Why the surge won't work is clearly evidenced in the occupation scenario. The police who must have the support of a sufficient number of Iraqis to be credible simple cannot establish the requisite level of credibility while they are tied to the hip of an invading and occupying army. As the story about bombs hitting the police station clearly describes:

Police stations are often targeted by insurgents who say officers are betraying the country by working alongside government and US-led forces.

The only way to take away the rationale for attacking the police is to remove the US forces from the equation.

This is not occupied Japan with an Emperor who can maintain continuity and cohesion for the people during the rebuilding process. This is not Germany, divided and occupied by four conquering armies and totally devastated and shocked by its own attack on the rest of the world with a population feeling the guilt of its hubris and defeat.

Iraqis did not attack the world. They didn't attack anyone. They have not one iota of a national sense of defeat caused by their own military adventurism that would provide the mitigating factor to accept the humiliation from the presence of an occupying army. There is no point at this stage in discussing what the US might have done to make a transition possible. The US didn't protect the government structure or the public infrastructure and, instead, allowed wide spread looting of every public facility except the Oil Ministry, including hospitals and museums. Under that scenario after May 2003 the US has had no subsequent ability to appear credible by continuing the occupation.

Today, the only realistic and moral plan is to withdraw immediately and leave the Iraqis to be allowed to settle their own affairs. The war against Hussein was won quickly, but on the other hand, by a complete lack of planning and foresight, the war of occupation against the Iraqi people was lost quickly. This war is still lost. Now we owe the Iraqis reparation funds. We do not owe them an occupying army that only prevents reconstruction and reconciliation.

ADDENDUM 4/27/07
Last night I watched "Afghanistan: The Other War" from Frontline/World, and this story clearly demonstrates why the war in Afghanistan is as lost as the war in Iraq. The program is centered about a NATO unit attempting to make friends with a local village. Everything that could go wrong goes wrong. It is a completely updated demonstration of the old army slang SNAFU ("situation normal, all f**ked up").

A Canadian NATO unit comes to the Afghan village Elbak and makes wants to "win the hearts and minds" of the people. They promise to fix 12 generators used for pumping water. Well they couldn't find or buy the parts, such as spark plugs, anywhere and only end up fixing two. Then they set up a medical treatment day and announce it in the area only to have to close the clinic early with people standing in line wating for their children to see the doctors because, as they announce, they have run out of medications.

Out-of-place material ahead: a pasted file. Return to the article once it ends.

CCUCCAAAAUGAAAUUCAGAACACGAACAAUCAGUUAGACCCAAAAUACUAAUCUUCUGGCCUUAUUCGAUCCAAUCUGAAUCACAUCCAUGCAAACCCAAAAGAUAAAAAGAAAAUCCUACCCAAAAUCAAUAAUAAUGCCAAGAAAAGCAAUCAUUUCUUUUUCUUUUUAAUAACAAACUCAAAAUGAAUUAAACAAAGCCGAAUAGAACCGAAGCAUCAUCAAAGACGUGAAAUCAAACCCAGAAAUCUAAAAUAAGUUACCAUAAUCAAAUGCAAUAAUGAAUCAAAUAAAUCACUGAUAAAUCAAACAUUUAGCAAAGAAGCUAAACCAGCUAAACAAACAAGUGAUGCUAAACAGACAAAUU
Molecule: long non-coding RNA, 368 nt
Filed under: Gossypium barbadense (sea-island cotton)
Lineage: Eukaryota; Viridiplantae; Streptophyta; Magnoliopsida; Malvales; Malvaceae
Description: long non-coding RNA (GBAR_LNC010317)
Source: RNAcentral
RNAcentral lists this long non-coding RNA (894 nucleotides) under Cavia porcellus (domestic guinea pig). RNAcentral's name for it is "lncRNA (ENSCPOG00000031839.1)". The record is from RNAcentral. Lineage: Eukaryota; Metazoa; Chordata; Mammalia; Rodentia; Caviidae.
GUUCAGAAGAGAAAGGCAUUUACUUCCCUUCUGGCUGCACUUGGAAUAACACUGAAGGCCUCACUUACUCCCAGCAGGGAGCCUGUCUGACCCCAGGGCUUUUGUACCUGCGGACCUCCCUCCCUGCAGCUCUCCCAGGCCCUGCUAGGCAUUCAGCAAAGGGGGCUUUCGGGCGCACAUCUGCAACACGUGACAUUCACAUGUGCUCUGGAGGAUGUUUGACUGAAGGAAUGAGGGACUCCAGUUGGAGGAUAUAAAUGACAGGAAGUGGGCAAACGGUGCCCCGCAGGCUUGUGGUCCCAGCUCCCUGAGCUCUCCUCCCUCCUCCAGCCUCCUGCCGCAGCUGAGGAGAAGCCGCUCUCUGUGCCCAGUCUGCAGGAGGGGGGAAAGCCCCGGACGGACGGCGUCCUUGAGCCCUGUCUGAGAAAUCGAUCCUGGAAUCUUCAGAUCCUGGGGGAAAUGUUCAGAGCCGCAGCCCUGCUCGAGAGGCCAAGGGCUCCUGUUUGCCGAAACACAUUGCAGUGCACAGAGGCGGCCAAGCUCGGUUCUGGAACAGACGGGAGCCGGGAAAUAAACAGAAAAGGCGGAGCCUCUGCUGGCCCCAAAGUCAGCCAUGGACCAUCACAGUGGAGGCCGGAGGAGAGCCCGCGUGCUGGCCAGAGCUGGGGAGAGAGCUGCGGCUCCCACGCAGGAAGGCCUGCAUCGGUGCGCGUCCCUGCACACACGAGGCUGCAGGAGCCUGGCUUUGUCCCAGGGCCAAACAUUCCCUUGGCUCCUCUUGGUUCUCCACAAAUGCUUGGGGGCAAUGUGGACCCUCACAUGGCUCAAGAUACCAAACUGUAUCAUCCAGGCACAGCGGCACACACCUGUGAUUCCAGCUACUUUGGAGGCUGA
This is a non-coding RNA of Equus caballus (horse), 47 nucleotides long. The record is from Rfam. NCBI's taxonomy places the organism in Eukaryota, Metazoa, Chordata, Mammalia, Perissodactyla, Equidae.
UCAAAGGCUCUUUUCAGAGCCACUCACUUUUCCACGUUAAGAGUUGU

Then a US Special Forces unit comes into the area without consulting with the NATO unit and pick up a villager as a suspected Taliban. The villages vouch for the man to the Canadian NATO unit that is there to "make friends" and ask them to get the man released, but the NATO sergeant says she has no authority with the US unit. This of course highlights the complete absurdity of having two separate commands in the same area and demonstrates the fundamental inability of the war makers to understand how to "win" a war of occupation against indigenous resistance fighters. Failing any reasonable ability to "win" they have already lost.

Another more fundamental and completely misunderstood element of the war is that the NATO unit came to the village with the goal of working with the village so the people there would "be on our side" in the war. Words fail to describe the compete idiocy of the premise. From Alexander the Great to Ghengis Khan to NATO, thousands of years of history tell the tale of a people who have watched invading armies pass through. These people are smart enough to be "on the side" of the current invading army, whether they are NATO, US Special Forces, or the Taliban. The moronic notion that fixing some generators and giving a day of medical care (even if they were successful, which they weren't) will cause a people "choose a side" is so completely beyond any historical reality check that one wonders how these people waging war were able to travel the thousands of miles to get there in the first place.

Then to top it all off, after several weeks of setting up a temporary fort outside the village, the NATO unit is told to withdraw and go elsewhere completely taking down Camp Martello as if it was never there. The narrator laments the fact that this is now going to leave the village wide open and defenseless to Taliban retaliation for having cooperated with the invading army. One of the military people says what a shame it is that the villages "brought this on themselves" completely transferring the responsibility for their impending doom to the villagers who had no say in the NATO forces coming in the first place and no say in their departure.

The war in Afghanistan is as lost as the war in Iraq because the war makers are completely clueless about what it is that they are doing there and have no workable or reasonable plan for their presence.